Prize - I have one of the better deals on the market; I am choosy about who I work with; it seems like I could work with you, but really, I need to know morel please start giving me some materials on yourself; I still need to figure out if we would work well together and be good partners; what did your last business partner say about you; when things go sidewatys in a deal how do you deal with it; my existing partners are choosy.

Time - scarcity bias. Don't be avert or aggressive with pressure, there is a real time constrain, bring it up and recognize it.

Beta Traps:
Watch out for situations that will put you in the beta role, they're everywhere. To break out you need to do something that is mildly shocking but not unfriendly, this causes frame collision. Then quickly grab status, shrink the focus of the information being discussed to something that you specialize in, then pull away. Set a hookpoint then pull away again. Momentum is key during this process.

Seizing Situational Status:
Politely ignore power rituals. Avoid beta traos.
Be unaffected by cutstomer's global status.
Look for opportunitis to perpetrate small denials and defienaces that trengthen your frame and elevate your status.
As soon as you gain power switch discussion into an area where you are the domain expert.
Apply prize frame for decisions.
Confirm alpha status by making customers qualify your status (light hearted/interesting).
How the Brain Works:
Croc Brain Filtering:
1. If it's not dangerous, ignore it.
2. If it's not new and exciting, ignore it.
3. If it's new, summarize it as quickly as possible and forget the details
4. Do not send anything to the neocortex for problem solving unless you have a situation that is really unexpected and out of the ordinary.

Movement:
The brain detects movement. Don't show before and after, try to show the progress but do so without threatening the croc brain.
-The brain reacts to social and physical threats the same way.
-Put them at easy, tell them it's going to be a short and easy 20 minute pitch.
-Tell them your track record of success.
-Explain the market window.
-Paint a picture of the idea moving out of the old market and into a new one.

Tension and Desire Lead to Attention:
-Desire comes when you offer a reward, tensions arises when you take something away.
Desire: anticipation of a reward. Violate target's expectations in a pleasant way.
- People are curious about things they can not explain but that seem explainable.
- At the point of satiation the pitch is over.
- You need to have tension as well for the person to remain alert.
Tension introduces real consequences to the social encounter
- Don't manipulate the person, just keep them alert.
- Push and pull, but not too much of either.

Prizing:
We chase that which moves away from us.
We want what we can't have.
We only place value on things that are hard to obtain.
Hot and Cold Cognition:
Problem solving and calculations are cold cognitions. You can't have and cold cognitions at the same time. Hot cognitions lead to want, desire and excitement.

Showing neediness is bad for frame control, erodes status, freezes hot cognition, and topples frame stacks. It's a weakness and a threat to the other person.
-Want nothing, focus only on things you do well, announce your intentions to leave the encounter.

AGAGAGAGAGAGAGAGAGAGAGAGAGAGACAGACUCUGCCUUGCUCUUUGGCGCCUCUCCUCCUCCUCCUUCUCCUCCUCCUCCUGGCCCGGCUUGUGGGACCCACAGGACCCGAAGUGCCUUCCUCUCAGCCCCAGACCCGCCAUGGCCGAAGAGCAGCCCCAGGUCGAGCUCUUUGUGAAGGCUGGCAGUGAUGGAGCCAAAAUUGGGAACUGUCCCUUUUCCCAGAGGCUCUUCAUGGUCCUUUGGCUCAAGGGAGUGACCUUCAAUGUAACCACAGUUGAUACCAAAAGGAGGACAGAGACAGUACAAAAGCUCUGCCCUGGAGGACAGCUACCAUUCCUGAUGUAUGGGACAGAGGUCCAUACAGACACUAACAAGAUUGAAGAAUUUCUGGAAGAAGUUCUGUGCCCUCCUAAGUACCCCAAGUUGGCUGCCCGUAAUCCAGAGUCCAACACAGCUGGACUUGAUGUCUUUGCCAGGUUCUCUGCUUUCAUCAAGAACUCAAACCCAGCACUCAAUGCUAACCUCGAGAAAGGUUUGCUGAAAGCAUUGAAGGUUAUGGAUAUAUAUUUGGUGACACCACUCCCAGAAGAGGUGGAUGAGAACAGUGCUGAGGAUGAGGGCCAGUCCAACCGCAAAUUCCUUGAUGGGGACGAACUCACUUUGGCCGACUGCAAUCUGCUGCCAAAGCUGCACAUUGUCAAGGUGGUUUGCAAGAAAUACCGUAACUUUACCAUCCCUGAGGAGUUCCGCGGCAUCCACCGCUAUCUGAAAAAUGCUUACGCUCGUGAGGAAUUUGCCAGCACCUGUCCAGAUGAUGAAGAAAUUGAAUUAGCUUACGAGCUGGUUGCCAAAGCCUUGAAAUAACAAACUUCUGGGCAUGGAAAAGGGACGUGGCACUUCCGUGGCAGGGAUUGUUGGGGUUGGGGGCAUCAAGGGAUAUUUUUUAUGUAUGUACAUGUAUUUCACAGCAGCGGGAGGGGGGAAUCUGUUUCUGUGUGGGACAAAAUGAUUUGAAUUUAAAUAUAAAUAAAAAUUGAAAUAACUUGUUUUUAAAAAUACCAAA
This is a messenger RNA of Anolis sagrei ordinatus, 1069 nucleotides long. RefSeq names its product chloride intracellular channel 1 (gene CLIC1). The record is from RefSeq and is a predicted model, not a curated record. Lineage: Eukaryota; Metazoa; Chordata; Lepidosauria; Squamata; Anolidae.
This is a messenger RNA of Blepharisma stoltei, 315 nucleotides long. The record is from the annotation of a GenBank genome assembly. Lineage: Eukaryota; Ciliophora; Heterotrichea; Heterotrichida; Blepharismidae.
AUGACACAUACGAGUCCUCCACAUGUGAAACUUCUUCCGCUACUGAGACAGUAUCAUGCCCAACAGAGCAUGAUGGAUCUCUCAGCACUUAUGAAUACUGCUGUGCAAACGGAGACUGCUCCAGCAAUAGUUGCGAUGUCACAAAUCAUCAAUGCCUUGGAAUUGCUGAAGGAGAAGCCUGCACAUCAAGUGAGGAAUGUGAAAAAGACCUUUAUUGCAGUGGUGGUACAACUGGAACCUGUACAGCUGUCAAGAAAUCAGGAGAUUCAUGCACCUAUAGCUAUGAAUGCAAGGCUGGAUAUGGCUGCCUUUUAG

Theory of Mind:
Simplicity can actually be scary. You want to tune your message to the mind of the recipient. A strong "theory of mind:" means you are able to understand how thoughts, desires and interest of others cause them to act.
-All important information must fit into the person's attention span - usually about 20 minutes.
-It doesn't matter how much information you give, but instead your theory of mind. Tune your info to the other person's way of thinking.
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72 of 82 people found the following review helpful
5.0 out of 5 stars Pitch Anything..., February 26, 2011
The book of the week was Pitch Anything by Oren Klaff. Wow. I haven't been this excited about a book in quite some time. I have found myself talking about this book a lot this week. I have even suggested it to several of my friends that sell for a living and I did so without getting to the end yet. Klaff is a dynamic writer and the whole book is fascinating. I have read a ton of books and what I look for in books anymore is uniqueness... A lot of books overlap ideas when you get into the realm of business and leadership. The books that do well nowadays are the ones that have a few individual revelations. The ones that do great are the ones that completely revolutionize their subject matter. Pitch Anything is one of those books.

There are a lot of "Oh wow" ideas in this book. Klaff uses neuroscience in selling. He has analyzed the way the human mind reacts to communication and teaches best practices for selling. There are two things I want to lay on you that I learned from this book. The first about attention and the second is about neediness.

Obviously it's important to get attention when you are selling to someone. This is obvious, but most people don't know how to get that attention. A lot of salesmen may think they do, but a lot are wrong. Attention is the combination of two things: desire and tension. Not only do you need to have someone interested but you also need them thinking that it's going to be on your terms whether they get it or not and they would be lucky to have it. Desire is the easy thing. You have a great product or service and you pitch how wonderful it is to your customer or financier. You are most likely passionate about what you are selling, so it should be easy to find ways to incorporate the other party into that desire. Klaff talks more in depth about the ways to really drive in this desire as well. The desire releases the neurotransmitter dopamine, this is half of the cognitive cocktail you're after. Tension on the other hand is not as easy to create. You have to push and pull while you are pitching. "I'm not sure if we are the right fit" *Pause* "But then again if things do work out, this could really be something great." This is a low-key example. The first statement pushes them and mentally they are thinking, "Wait, what, why can't I have this" and then you pull them in with your second statement. Be convincing while you are doing you pushes and pulls or they won't work. And if you pull it off you will release the neurotransmitter norepinephrine. This is the second half of the cognitive cocktail. It makes them pumped to want what you are selling. Dopamine is the chemical in the brain that chases rewards and norepinephrine is the chemical that helps your brain stay focused. If you are able to learn to communicate in a way the releases both of these in the person you are talking to, you need to learn it!